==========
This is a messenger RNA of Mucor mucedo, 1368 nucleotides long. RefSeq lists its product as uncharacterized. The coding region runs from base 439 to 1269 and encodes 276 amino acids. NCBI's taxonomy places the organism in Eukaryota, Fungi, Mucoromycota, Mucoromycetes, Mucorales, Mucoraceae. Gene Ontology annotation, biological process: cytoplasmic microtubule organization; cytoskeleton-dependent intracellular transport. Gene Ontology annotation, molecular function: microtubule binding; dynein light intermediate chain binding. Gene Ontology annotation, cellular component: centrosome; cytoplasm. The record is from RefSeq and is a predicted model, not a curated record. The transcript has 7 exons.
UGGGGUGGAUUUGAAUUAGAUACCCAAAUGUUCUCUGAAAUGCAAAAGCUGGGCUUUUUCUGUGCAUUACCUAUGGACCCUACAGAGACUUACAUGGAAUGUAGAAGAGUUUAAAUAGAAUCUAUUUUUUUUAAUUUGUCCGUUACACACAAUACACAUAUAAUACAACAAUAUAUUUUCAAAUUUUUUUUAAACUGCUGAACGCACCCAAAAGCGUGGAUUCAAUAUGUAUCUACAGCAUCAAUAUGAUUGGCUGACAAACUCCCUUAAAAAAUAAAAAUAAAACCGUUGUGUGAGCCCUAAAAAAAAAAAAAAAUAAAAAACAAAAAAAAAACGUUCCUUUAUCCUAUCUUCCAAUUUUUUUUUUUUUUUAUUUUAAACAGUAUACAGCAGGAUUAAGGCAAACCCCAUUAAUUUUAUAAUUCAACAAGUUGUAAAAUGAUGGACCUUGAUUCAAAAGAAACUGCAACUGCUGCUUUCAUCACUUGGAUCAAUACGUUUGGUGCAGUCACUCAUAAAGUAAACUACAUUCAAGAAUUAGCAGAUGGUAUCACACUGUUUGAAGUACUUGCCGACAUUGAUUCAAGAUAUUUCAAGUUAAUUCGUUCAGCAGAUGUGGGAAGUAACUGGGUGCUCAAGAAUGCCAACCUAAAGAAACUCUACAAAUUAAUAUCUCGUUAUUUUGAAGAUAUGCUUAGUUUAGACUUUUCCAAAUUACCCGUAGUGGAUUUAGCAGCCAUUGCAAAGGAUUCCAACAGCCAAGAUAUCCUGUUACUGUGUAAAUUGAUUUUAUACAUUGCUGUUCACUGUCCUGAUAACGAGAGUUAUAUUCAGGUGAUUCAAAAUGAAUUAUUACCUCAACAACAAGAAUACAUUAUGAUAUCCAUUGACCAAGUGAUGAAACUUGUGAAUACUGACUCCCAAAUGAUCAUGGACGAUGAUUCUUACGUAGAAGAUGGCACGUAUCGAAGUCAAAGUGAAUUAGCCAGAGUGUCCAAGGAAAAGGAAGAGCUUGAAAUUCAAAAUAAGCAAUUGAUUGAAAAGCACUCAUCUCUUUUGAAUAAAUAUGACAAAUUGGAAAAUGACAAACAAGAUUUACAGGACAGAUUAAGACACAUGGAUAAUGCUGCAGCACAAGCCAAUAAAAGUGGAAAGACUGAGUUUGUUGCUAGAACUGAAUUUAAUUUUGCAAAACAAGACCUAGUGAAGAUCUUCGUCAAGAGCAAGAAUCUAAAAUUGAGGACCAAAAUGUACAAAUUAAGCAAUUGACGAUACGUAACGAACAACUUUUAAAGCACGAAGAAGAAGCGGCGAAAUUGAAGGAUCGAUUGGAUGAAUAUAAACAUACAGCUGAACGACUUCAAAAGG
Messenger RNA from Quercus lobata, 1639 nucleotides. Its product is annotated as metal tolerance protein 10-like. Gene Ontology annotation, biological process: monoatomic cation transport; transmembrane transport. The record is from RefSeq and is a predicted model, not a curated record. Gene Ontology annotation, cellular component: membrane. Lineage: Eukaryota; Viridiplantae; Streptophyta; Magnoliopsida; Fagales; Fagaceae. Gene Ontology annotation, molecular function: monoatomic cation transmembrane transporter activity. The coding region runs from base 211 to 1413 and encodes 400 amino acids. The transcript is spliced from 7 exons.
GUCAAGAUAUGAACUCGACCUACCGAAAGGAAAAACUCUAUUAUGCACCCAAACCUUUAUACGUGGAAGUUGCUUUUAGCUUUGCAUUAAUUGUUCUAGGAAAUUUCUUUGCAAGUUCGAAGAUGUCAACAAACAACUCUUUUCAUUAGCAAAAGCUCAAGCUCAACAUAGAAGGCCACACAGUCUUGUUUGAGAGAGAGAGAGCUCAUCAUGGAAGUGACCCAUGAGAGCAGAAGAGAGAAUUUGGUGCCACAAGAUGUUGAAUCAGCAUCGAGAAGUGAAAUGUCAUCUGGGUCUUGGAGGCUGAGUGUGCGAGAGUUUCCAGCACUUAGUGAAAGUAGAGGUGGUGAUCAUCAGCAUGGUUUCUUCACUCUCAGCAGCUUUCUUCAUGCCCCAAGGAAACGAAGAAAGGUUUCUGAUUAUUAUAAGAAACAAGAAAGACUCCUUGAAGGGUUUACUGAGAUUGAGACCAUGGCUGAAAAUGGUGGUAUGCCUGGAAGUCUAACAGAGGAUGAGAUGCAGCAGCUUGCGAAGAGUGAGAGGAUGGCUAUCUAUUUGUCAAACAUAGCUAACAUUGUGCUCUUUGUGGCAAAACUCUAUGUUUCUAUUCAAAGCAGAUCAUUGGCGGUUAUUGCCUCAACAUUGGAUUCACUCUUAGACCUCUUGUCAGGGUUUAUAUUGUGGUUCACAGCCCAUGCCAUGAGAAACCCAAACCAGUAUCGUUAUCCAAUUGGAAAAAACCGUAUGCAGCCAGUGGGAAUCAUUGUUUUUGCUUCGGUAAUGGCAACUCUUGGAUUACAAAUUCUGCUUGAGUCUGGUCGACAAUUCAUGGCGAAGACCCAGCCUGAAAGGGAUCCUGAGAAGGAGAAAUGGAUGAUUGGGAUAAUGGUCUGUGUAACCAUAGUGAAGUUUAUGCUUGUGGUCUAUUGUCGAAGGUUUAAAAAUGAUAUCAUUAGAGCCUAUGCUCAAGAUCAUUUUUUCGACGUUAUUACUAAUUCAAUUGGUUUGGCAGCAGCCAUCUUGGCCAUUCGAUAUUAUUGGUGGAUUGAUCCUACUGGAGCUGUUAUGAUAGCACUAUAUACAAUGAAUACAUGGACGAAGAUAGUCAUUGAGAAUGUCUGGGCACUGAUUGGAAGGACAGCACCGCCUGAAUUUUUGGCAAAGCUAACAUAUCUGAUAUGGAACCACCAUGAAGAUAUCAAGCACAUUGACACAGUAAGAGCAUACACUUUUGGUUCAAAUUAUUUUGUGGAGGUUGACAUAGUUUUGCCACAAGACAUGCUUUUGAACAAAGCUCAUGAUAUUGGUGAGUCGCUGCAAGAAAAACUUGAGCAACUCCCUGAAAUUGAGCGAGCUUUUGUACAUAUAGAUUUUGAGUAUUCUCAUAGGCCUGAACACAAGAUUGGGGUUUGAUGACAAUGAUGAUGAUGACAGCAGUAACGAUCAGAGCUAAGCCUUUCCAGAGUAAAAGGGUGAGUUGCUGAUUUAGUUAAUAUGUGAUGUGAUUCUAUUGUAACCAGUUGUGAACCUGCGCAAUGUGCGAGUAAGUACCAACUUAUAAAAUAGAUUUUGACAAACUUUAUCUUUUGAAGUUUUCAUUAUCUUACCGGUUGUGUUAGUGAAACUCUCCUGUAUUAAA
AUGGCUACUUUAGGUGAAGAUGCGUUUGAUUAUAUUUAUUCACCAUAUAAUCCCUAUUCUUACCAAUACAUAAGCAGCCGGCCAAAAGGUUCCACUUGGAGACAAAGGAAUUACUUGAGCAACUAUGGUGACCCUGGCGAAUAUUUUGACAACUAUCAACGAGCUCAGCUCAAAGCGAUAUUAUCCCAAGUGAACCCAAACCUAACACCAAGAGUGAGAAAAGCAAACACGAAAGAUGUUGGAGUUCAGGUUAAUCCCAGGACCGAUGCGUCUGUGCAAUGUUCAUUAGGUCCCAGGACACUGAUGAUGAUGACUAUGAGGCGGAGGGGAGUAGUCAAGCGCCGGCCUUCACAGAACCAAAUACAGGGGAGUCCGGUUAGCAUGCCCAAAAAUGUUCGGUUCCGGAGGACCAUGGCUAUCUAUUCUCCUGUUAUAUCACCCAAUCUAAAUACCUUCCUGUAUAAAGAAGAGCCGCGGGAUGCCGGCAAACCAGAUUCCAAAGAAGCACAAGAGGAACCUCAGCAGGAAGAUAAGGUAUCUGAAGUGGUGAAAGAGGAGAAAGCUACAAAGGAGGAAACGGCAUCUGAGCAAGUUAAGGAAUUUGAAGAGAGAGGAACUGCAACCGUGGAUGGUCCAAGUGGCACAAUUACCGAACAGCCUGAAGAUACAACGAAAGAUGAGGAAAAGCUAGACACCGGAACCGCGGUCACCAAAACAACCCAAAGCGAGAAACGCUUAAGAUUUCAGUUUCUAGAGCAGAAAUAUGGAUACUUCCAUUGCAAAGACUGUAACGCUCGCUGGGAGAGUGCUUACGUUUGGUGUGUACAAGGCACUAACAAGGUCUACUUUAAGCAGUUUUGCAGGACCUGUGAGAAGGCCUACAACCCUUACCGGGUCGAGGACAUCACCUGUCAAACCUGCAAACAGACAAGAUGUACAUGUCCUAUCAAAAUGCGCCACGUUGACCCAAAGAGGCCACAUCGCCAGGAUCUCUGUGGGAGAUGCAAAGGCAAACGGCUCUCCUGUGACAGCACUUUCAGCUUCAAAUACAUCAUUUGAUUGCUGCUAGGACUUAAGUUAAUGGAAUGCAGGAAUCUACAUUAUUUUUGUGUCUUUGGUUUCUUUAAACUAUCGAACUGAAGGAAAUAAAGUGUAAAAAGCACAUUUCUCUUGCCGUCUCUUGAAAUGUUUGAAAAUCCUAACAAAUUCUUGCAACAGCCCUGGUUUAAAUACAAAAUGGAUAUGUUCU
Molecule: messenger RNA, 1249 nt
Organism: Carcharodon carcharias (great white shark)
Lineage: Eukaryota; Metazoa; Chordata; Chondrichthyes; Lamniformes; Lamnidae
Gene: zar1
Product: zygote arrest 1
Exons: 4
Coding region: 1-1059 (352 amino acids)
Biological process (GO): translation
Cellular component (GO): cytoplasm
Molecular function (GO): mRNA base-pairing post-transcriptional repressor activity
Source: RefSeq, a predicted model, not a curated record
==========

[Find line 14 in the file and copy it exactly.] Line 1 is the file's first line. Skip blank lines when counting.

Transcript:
Cellular component (GO): cytoplasm